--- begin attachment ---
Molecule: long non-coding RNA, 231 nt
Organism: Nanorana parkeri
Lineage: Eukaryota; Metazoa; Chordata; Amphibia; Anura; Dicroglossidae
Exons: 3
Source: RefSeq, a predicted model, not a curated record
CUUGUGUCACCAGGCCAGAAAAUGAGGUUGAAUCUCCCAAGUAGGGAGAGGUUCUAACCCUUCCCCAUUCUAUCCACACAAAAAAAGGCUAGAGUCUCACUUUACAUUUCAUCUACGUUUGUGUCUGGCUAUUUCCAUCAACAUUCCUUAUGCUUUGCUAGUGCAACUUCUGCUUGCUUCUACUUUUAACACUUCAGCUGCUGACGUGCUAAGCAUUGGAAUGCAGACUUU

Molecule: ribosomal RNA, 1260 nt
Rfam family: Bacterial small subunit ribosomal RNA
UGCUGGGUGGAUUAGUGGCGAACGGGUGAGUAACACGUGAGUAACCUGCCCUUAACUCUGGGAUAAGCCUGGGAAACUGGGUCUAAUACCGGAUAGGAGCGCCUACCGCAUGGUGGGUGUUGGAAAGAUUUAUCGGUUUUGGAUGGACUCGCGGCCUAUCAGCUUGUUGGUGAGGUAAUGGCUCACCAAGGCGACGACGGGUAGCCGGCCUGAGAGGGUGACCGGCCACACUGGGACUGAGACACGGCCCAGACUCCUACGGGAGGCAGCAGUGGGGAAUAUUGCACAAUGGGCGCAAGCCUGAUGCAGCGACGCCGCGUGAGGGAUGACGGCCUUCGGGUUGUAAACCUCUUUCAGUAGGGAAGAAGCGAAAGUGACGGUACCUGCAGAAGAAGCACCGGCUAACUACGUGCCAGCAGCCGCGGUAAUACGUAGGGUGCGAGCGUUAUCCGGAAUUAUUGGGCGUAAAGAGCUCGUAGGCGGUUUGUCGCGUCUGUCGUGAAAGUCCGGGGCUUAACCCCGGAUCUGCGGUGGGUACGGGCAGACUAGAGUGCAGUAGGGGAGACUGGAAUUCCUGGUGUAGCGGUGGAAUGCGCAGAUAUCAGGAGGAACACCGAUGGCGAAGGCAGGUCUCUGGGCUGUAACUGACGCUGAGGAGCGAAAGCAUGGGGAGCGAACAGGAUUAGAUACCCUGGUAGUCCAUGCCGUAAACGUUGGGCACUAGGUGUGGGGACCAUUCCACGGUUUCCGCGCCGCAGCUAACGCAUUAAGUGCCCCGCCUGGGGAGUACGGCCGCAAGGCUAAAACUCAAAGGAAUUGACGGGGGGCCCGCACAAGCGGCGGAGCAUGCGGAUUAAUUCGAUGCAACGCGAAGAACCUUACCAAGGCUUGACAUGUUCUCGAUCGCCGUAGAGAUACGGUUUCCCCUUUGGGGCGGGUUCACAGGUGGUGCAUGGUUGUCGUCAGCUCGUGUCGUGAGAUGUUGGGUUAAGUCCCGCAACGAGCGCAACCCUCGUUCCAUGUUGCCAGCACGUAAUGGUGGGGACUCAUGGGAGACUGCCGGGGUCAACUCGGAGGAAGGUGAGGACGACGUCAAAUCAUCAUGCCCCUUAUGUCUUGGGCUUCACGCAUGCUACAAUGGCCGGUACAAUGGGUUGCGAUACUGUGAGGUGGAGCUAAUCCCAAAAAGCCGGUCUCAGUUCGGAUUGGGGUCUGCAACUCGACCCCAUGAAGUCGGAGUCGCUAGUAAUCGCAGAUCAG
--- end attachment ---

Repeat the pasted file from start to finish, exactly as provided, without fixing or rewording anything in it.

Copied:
Molecule: long non-coding RNA, 231 nt
Organism: Nanorana parkeri
Lineage: Eukaryota; Metazoa; Chordata; Amphibia; Anura; Dicroglossidae
Exons: 3
Source: RefSeq, a predicted model, not a curated record
CUUGUGUCACCAGGCCAGAAAAUGAGGUUGAAUCUCCCAAGUAGGGAGAGGUUCUAACCCUUCCCCAUUCUAUCCACACAAAAAAAGGCUAGAGUCUCACUUUACAUUUCAUCUACGUUUGUGUCUGGCUAUUUCCAUCAACAUUCCUUAUGCUUUGCUAGUGCAACUUCUGCUUGCUUCUACUUUUAACACUUCAGCUGCUGACGUGCUAAGCAUUGGAAUGCAGACUUU

Molecule: ribosomal RNA, 1260 nt
Rfam family: Bacterial small subunit ribosomal RNA
UGCUGGGUGGAUUAGUGGCGAACGGGUGAGUAACACGUGAGUAACCUGCCCUUAACUCUGGGAUAAGCCUGGGAAACUGGGUCUAAUACCGGAUAGGAGCGCCUACCGCAUGGUGGGUGUUGGAAAGAUUUAUCGGUUUUGGAUGGACUCGCGGCCUAUCAGCUUGUUGGUGAGGUAAUGGCUCACCAAGGCGACGACGGGUAGCCGGCCUGAGAGGGUGACCGGCCACACUGGGACUGAGACACGGCCCAGACUCCUACGGGAGGCAGCAGUGGGGAAUAUUGCACAAUGGGCGCAAGCCUGAUGCAGCGACGCCGCGUGAGGGAUGACGGCCUUCGGGUUGUAAACCUCUUUCAGUAGGGAAGAAGCGAAAGUGACGGUACCUGCAGAAGAAGCACCGGCUAACUACGUGCCAGCAGCCGCGGUAAUACGUAGGGUGCGAGCGUUAUCCGGAAUUAUUGGGCGUAAAGAGCUCGUAGGCGGUUUGUCGCGUCUGUCGUGAAAGUCCGGGGCUUAACCCCGGAUCUGCGGUGGGUACGGGCAGACUAGAGUGCAGUAGGGGAGACUGGAAUUCCUGGUGUAGCGGUGGAAUGCGCAGAUAUCAGGAGGAACACCGAUGGCGAAGGCAGGUCUCUGGGCUGUAACUGACGCUGAGGAGCGAAAGCAUGGGGAGCGAACAGGAUUAGAUACCCUGGUAGUCCAUGCCGUAAACGUUGGGCACUAGGUGUGGGGACCAUUCCACGGUUUCCGCGCCGCAGCUAACGCAUUAAGUGCCCCGCCUGGGGAGUACGGCCGCAAGGCUAAAACUCAAAGGAAUUGACGGGGGGCCCGCACAAGCGGCGGAGCAUGCGGAUUAAUUCGAUGCAACGCGAAGAACCUUACCAAGGCUUGACAUGUUCUCGAUCGCCGUAGAGAUACGGUUUCCCCUUUGGGGCGGGUUCACAGGUGGUGCAUGGUUGUCGUCAGCUCGUGUCGUGAGAUGUUGGGUUAAGUCCCGCAACGAGCGCAACCCUCGUUCCAUGUUGCCAGCACGUAAUGGUGGGGACUCAUGGGAGACUGCCGGGGUCAACUCGGAGGAAGGUGAGGACGACGUCAAAUCAUCAUGCCCCUUAUGUCUUGGGCUUCACGCAUGCUACAAUGGCCGGUACAAUGGGUUGCGAUACUGUGAGGUGGAGCUAAUCCCAAAAAGCCGGUCUCAGUUCGGAUUGGGGUCUGCAACUCGACCCCAUGAAGUCGGAGUCGCUAGUAAUCGCAGAUCAG